The Presidents of the Astana Group have met in Ankara to discuss further cooperation towards a peaceful settlement to the Syrian conflict. Turkish President Recep Tayyip Erdogan hosted Russian President Vladimir Putin and Iranian President Hassan Rouhani who each pledged their support for a non-military solution to the conflict that involves upholding the political unity, territorial integrity and sovereignty of Syria.
What was said
Iran’s President Rouhani expressed his support for continued work in the Astana format while criticising “Israel” for its continued support of terrorism in the Syrian Arab Republic. He further warned that the US has a long term goal of seeking the dissolution of Syria but that this will not be allowed.
When asked about recent remarks from Donald Trump indicating his desire to withdraw US troops from Syria, the Iranian President remarked that the US says one thing one day and another thing the next. Therefore Rouhani concluded that such words cannot be trusted but that instead, the US must be judged on its actions on the ground.
Affirming Iran’s continued support to fight all terror groups in Syria until all are neutralised, he thanked his Russian and Turkish partners for their continued cooperation.
The Russian President further affirmed the Astana Group’s commitment to the “sovereignty, unity and territorial integrity of the Syrian Arab Republic”.
Joining his Iranian and Turkish counterparts in taking a swipe at the illegal US presence in Syria, Putin stated that in spite of foreign attempts to undermine Syria by sowing conflicts between segments of Syria society, the Astana process will continue to strive for unity and reconciliation. Putin affirmed that in his view the Syrian National Dialogue Congress is the best method available to achieve this.
Putin said that his country along with Iran and Turkey have almost fully eliminated Daesh and have been working together to rebuild the infrastructure of Syria.
Putin also affirmed that at this point in time, only Russia, Iran and Turkey are helping with the reconstruction process of Syria.
President Erdogan began his remarks by thanking President Putin for Russia’s assistance in building the Akkuyu nuclear power plant which he reiterated will be open by 2023.
In addition to affirming his own country’s commitment to Syria’s sovereignty and unity, Erdogan thanked both Russia and Iran for their mutual assistance in Turkey’s Operation Olive Branch, crediting both of his Astana partners with intelligence cooperation which helped to make the anti-YPG/PKK operation in Afrin a success.
Erdogan stated that while no specific date has been set, the next meeting of the Astana group will take place in Tehran.
What it means
While notable differences between the approaches of Russia, Iran and Turkey to the Syrian peace process are apparent, these differences appear as though they’re being diplomatically managed to great effect through the efforts of trilateral communications. At today’s meeting in Ankara, all three countries expressed their dissatisfaction with the counter-productive role the United States continues to play in Syria, although Iran and Turkey were more vocal in their clear opposition to Washington’s role in the conflict. That being said, President Putin’s inferences about the US were clear enough.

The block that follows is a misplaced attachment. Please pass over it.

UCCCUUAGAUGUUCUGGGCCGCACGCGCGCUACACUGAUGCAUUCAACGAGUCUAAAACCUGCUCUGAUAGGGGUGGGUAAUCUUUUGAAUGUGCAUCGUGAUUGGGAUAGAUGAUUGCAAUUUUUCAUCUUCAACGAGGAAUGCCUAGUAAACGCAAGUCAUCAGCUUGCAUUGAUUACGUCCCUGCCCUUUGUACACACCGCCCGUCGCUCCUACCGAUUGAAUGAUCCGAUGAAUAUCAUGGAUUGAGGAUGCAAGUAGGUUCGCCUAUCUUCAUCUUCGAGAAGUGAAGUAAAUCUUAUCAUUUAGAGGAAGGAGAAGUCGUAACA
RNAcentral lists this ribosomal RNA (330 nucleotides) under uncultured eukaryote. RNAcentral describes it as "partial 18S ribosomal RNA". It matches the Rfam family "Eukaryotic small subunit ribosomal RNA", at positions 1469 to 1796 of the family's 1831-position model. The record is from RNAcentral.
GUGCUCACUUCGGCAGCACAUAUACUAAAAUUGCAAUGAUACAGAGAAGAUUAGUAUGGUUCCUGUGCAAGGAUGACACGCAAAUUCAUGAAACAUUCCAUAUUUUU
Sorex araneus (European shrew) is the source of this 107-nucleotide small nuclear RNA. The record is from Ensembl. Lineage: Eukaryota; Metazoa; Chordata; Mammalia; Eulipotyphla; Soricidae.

Far from being a point of contention among Astana members, it has been clear from the onset that Russia has cooperated with Turkey in respect of Operation Olive Branch and that furthermore, Turkish officials have been openly thankful for Russia’s constructive role in this respect. Today, Erdogan extended his gratitude to Iran, in spite of Tehran publicly taking the side of Syria which is opposed to both Ankara’s Operation and radical Kurdish secessionism. In this sense, Turkey’s role in fighting YPG/PKK terrorists in Syria is fast becoming a ‘west versus east’ issue, rather than an issue which could serve to divide the Astana partnership. The most vocal critics of Turkey at this point in time are not Iran or even Damascus, but the governments of France, Germany “Israel” and the United States.
Overall, the combination of the military aspect of the conflict inevitably winding down as more and more areas of Syria are back under government control, combined with the increasingly dysfunctional and universally (with the exception of “Israel”) unpopular US presence in Syria, means that it is almost certain that the Astana partnership will represent the most important external force in the eventual political settlement of the conflict, one that will necessarily exclude any damage to the legitimate government in Damascus.